'We're creating a street family'

Wyness and his crew need to raise $25,000 in an online campaign on top of the $15,000 already raised. The goal is to get into the new place before the youth are forced to spend another winter on the streets.

"This is going to be a spot where it could be home for these youth," he said.

"We have a community kitchen where grandmas and kokums are going to come in and cook dinner with the youth and sit down and have food, like real food. And so we're creating a street family because a lot of these youth don't have families. They've been kicked out of their homes or kinship care or come off the reserve or are newcomers and get kicked out of their homes.

"So they've lost that family and so part of what we want to do is create that family environment again."
James Desjarlais says at CHEW he found friends, mentors and a safe space to be himself. (Trevor Wilson/CBC)

It's something that appeals to James Desjarlais, a two-spirit 26 year old who was homeless for more than a decade after losing his placement in foster care.

He walked from Wetaskiwin to Edmonton but when he was banned from different shelters, Desjarlais took refuge in bushes, staircases and parkades.

"At nighttime, there's hardly any places you can sleep," said Desjarlais. "What do you do? You walk the streets or you end up doing drugs."

At nighttime there's hardly any places you can sleep.What do you do? You walk the streets or you end up doing drugs- James Desjarlais

But thanks to CHEW, says Desjarlais, he has made friends and found the guidance he needs as well as a safe place, where he can be himself. 

With CHEW's support, Desjarlais is now working to get off the streets. He wants more LGBTQ2S homeless youth to have the same opportunity to succeed.  

"Corey went through all of it. He's one of the few that did not give up on me," Desjarlais said.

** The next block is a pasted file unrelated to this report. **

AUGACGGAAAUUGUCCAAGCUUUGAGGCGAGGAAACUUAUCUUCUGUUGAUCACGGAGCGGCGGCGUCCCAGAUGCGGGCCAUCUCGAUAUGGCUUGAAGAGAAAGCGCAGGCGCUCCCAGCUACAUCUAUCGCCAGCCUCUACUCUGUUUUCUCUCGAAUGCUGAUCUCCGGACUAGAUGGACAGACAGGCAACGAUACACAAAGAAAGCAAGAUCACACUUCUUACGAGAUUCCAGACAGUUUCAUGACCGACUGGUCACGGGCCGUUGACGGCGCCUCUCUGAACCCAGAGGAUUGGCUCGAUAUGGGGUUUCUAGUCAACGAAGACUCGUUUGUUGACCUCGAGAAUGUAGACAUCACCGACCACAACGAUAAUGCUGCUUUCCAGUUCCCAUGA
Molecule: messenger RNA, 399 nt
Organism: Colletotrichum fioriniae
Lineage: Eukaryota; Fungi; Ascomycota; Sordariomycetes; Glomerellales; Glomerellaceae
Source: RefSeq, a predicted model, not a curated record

"They just want to know how I'm doing, what they can do to help me and it's just a wonderful feeling knowing that somebody's actually spending their time worrying about what you need done — IDs, clothing, maybe a little place to rest for a little bit. 

They're helping me become a better me."
CHEW helped Connor Sims to leave behind a life of drugs and sex work to do charity work. (Trevor Wilson/CBC)

It's a sentiment echoed by Connor Sims, 26, who was banned from his Red Deer church after coming out in his early teens. It sent him on a downward spiral that led to a methamphetamine and crack habit he supported by prostitution.

With the help of CHEW, Sims has left hard drugs and sex work behind. Instead, he's giving back to the agencies that helped him. Last month he co-created, cast, directed and performed in a drag show, Night of 1000 RuPauls. The money was donated to programming for at-risk youth at the Old Strathcona Youth Society.

"They really they saved me because Corey is probably the most nonjudgmental worker that works with young people that I have ever met," Sims said. "He just he makes you feel like you have a sense of belonging."

andrea.huncar@cbc.ca

@andreahuncar

About the Author

Andrea Huncar

Reporter

Andrea Huncar reports on human rights, immigrant and Indigenous communities, youth at-risk and the justice system. Contact her in confidence at andrea.huncar@cbc.ca